A fine exposition with a worthy conclusion. The investigation should widen economics, itself, to political economics. The global economy fully employs only about 60% of the world’s people (clearly dropping the real-world ball), and civilization’s social and ecological crisis is worsening, violence is spreading, and catastrophe, in the form of a new dark age, looms. Meanwhile, politics are breaking new bounds.

    Generation Theory (rooted in the historical and theoretical presentations of William Strauss and Neil Howe, written in 1991 (http://www.amazon.com/Generations-History-Americas-Future-1584/dp/0688119123)) predicts a cataclysmic resolution of an American social and political crisis, beginning around 2016 and resolving around 2020. Given the facts emerging “on the ground” (the increasing likelihood that Sanders will be the next American President), it might be time to renew focus on the Generation Theory.

    Putting the theory into contemporary parlance, it suggests that every 80 years or so, with the generations who framed and empowered society’s last social contract now dead and gone — and with the march of history, its ongoing presentation of social and ecological dilemma and its inevitable rendering of institutional malaise — the masses rise in rebellion, and a new social contract, appropriate for justice in the coming era, is designed and adopted.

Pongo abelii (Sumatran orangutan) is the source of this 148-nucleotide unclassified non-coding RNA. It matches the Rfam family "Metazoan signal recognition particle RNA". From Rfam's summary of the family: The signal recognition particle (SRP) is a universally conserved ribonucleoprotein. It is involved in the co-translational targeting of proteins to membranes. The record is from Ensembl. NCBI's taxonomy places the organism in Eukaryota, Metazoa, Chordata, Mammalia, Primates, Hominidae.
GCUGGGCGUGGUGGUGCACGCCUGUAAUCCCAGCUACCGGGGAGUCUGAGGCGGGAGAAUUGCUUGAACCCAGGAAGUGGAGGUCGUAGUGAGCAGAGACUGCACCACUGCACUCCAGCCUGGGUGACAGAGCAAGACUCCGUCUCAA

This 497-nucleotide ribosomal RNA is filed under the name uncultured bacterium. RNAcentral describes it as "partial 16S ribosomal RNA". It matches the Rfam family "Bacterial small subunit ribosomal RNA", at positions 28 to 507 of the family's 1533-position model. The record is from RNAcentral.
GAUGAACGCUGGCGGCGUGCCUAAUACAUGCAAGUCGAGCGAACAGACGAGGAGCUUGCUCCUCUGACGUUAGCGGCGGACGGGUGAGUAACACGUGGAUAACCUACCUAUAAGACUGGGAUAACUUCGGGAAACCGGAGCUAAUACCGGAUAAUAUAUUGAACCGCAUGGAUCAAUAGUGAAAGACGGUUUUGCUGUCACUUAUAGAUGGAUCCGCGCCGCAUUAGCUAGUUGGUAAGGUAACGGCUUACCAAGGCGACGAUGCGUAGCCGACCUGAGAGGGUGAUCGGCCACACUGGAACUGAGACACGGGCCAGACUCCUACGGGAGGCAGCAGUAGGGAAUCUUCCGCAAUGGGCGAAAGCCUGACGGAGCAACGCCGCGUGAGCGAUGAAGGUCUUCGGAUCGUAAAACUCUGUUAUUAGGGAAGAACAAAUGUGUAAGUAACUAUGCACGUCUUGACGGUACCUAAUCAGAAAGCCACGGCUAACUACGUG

The New Deal as it emerged from WWII (after 1945) was the American embodiment of the last social contract. Seventy years later, it is an exhausted, tattered, disgraced failure, but we are approaching “the Fourth Turning” (http://www.amazon.com/The-Fourth-Turning-American-Rendezvous/dp/0767900464/ref=pd_bxgy_14_img_2?ie=UTF8&refRID=1X660RAVWYCZ69HFKMF1), a moment of huge crisis when the remedy is found and implemented.

    Moreover, because WWII and the Cold War aligned divergently timed fourth turnings in various nations, and because the system in which the elite manages and the world’s people live is a global one, the coming resolution will likely be the global revolution necessary to tame the destructive, global power of corporate capitalism and initiate a new agenda of effective, popular crisis-management at corporate expense.